Summer Snapshot: The Secret of Solitude

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Galina Pylypiv connected with the Emerging Scholars Network (ESN) at Urbana15, where she served as part of the liveblogging team. See some of her previous work here, and browse other Summer Snapshots here


Same setting yet different pace of life. A transition from being an undergraduate student to graduate student at the same university is a place of mixed feelings. As I’m utilizing my summer by starting a research project, the reality of large time commitment is becoming very tangible for me as I realize how quickly time escapes from me. It leaves me questioning how to make the most of the time that I have. How can I live a well-balanced life in the midst of a busy graduate school schedule?

To help me think through this, God has been slowly teaching me the disciplines of solitude and Sabbath. I know from scripture that keeping the Sabbath was one of the original ten commandments given to Moses, which confused me for a long time. I used to believe that God was just being demanding and asking people to spend one whole day out of their busy 7-day week to do church things. I’m now learning that this is not necessarily true. The Sabbath is a built-in day of rest that God gifted to His people. It’s not a selfish thing, but a real gift. As a natural introvert, I find it restful to unplug from community to recharge. This makes solitude seem like it comes easily but I’m finding that it’s difficult to actually pull myself away from my work at times and spend quality time in solitude.

The discipline of solitude is spending time alone with my thoughts and allowing the Lord to search my heart. It is a time of reflection, meditation, clearing my head, and soaking in what the Lord is speaking. My best times of solitude happen near a body of water. Being in nature helps me to appreciate the intricacies of God’s creation—the details of the waves, the sounds of wildlife, and the characteristics of the wind. Through this, I am reminded of God’s care and love for me. The God who cares about the subtle details of nature also cares about the subtle details of my heart, emotions, and work. He cares for me, guides me, and listens very well.

Although these moments are short because life is demanding, they are a valuable discipline to maintain because they fill me with a quiet confidence in my Creator. It reminds me to enjoy every moment of my life as a gift from God as it says in Ecclesiastes 5:18. “This is what I have observed to be good: that it is appropriate for a person to eat, to drink and to find satisfaction in their toilsome labor under the sun during the few days of life God has given them—for this is their lot.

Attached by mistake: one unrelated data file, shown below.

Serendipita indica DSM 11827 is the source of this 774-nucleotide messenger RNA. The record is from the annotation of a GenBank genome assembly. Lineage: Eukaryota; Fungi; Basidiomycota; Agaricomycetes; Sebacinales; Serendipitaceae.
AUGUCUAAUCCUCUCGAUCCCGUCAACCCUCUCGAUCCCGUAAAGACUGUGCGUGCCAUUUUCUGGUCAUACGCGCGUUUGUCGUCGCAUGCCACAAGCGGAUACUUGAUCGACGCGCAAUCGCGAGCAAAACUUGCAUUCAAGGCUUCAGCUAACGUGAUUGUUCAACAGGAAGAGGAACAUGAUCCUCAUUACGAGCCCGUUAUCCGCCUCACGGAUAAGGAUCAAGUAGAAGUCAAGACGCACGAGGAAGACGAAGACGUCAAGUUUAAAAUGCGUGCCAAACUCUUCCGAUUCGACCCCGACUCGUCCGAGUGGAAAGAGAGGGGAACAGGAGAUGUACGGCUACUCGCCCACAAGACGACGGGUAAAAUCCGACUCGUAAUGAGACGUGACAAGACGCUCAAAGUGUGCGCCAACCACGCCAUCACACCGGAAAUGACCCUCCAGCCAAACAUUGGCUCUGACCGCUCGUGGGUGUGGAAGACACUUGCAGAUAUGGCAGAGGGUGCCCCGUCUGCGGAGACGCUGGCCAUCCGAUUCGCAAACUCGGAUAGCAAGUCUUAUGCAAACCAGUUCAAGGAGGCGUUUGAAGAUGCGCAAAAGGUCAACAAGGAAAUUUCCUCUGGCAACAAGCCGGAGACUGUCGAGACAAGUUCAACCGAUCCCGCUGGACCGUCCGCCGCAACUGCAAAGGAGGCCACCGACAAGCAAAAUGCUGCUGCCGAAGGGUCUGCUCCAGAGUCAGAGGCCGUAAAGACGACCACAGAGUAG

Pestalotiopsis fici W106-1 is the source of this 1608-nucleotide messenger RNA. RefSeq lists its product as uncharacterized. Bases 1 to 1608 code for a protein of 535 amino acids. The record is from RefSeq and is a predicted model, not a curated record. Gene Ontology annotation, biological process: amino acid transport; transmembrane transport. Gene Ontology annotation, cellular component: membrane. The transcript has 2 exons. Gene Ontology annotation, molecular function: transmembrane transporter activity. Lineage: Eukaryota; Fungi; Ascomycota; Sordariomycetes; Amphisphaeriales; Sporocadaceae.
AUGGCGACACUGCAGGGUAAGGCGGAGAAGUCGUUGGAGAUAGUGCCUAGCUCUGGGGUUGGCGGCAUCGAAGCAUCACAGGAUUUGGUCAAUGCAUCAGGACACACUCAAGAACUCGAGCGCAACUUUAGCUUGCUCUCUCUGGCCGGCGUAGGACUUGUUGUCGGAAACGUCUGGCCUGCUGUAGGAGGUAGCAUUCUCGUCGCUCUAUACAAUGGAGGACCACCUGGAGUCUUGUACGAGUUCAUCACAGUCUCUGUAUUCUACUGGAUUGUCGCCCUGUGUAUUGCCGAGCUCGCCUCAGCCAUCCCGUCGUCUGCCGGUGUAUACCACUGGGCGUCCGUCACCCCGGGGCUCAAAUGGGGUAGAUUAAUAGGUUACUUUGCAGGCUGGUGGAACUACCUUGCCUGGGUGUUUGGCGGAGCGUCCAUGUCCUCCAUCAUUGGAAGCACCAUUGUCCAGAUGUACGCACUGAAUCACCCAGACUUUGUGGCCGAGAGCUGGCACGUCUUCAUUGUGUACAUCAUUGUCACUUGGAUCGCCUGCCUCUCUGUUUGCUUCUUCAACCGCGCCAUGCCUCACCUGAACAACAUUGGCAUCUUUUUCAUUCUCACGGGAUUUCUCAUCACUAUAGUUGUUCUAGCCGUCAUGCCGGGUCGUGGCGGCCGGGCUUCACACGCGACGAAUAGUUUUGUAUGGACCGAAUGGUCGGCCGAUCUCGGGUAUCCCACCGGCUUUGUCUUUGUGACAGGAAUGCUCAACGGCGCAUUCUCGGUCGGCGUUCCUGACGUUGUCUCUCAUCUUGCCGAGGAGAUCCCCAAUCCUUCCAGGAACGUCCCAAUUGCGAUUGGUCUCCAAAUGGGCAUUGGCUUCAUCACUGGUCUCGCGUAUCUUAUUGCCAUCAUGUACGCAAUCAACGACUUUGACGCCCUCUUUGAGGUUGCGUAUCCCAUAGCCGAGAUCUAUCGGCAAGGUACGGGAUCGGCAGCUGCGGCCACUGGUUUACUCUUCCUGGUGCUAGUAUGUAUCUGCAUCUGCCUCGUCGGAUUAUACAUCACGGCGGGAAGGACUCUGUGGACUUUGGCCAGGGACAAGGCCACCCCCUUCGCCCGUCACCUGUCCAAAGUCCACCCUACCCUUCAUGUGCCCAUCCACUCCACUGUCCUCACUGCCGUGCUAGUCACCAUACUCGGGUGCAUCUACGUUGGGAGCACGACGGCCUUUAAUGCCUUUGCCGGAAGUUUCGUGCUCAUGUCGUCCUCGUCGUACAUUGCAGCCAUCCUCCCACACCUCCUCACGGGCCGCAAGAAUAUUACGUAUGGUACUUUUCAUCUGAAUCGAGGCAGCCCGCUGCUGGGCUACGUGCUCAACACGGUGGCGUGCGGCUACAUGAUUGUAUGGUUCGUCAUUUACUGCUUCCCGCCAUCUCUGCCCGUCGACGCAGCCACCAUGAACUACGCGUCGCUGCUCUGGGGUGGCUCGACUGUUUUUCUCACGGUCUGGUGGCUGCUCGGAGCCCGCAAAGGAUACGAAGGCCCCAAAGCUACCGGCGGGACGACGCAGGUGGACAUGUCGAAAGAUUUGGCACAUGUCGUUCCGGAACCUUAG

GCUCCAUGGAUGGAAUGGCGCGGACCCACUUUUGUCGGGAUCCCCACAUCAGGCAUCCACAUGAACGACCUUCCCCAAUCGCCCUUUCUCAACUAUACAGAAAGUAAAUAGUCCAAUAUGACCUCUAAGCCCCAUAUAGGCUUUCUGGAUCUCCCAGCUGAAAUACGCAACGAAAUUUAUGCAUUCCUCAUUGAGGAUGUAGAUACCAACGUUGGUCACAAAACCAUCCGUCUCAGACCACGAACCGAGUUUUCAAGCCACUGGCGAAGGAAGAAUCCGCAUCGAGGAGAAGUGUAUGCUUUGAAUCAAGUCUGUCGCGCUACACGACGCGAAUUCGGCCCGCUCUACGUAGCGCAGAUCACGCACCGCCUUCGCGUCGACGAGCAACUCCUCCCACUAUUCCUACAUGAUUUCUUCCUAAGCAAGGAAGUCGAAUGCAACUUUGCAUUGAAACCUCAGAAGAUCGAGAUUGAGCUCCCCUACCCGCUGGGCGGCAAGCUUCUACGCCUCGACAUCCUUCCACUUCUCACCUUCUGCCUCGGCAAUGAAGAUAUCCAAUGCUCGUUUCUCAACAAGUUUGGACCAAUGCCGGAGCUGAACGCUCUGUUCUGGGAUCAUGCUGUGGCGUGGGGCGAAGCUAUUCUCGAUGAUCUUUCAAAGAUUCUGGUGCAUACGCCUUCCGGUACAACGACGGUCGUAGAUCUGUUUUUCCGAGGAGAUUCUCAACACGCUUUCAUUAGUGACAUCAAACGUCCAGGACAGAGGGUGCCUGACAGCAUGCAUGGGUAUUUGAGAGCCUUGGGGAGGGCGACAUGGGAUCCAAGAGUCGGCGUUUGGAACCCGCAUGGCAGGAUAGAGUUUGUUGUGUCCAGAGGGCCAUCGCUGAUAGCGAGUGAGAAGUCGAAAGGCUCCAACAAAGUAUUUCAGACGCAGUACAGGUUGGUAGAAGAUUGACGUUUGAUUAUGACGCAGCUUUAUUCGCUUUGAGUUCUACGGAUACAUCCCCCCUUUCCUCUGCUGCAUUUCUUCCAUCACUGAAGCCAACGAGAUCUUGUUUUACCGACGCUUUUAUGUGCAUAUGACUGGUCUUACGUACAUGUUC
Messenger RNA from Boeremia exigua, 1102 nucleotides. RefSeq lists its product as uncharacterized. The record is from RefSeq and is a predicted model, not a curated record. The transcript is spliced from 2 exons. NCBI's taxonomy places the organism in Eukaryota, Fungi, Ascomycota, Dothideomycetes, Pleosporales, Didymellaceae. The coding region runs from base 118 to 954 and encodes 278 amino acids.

God cares about the details. He knows that work can feel toilsome and mundane. Yet, it’s a gift from Him to find satisfaction in the work, in the business of daily life. Practicing Sabbath and solitude, even if for a short moment, is a gentle reminder of my dependence on God to enjoy my work and continue to do it with excellence.


Image courtesy of Galina Pylypiv. 

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Galina Pylypiv

Galina Pylypiv is a senior Biomedical Engineering student and biomechanics undergraduate research assistant at the University of Akron. She is Vice President of the University of Akron Society of Women Engineers and leader of the InterVarsity International Student Ministry small group on her campus. Born in Ukraine and raised as a third culture kid in the US, she is interested in cross-cultural community that brings together the differing perspectives of culture, faith, and science.

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  • Kle.seaton@gmail.com'
    Kelly commented on July 26, 2016 Reply

    Thanks for this! Sabbath is interesting, isn’t it? One of the ways that really changed my thinking about Sabbath was during graduate school. I was tithing, and felt like even 10% didn’t matter that much, as it was a small sum of money. So then I thought about what I had that was valuable beside money, and I realized that was my time. So then I thought about tithing my time, and how much time =10% of my week. Interestingly, 24×7=168 hrs. 10% of 168 is 16.8 hrs, or roughly the waking hours of 1 full day. Such a neat picture of Sabbath to me, and a wonderful reminder of giving our firstfruits to the Lord!

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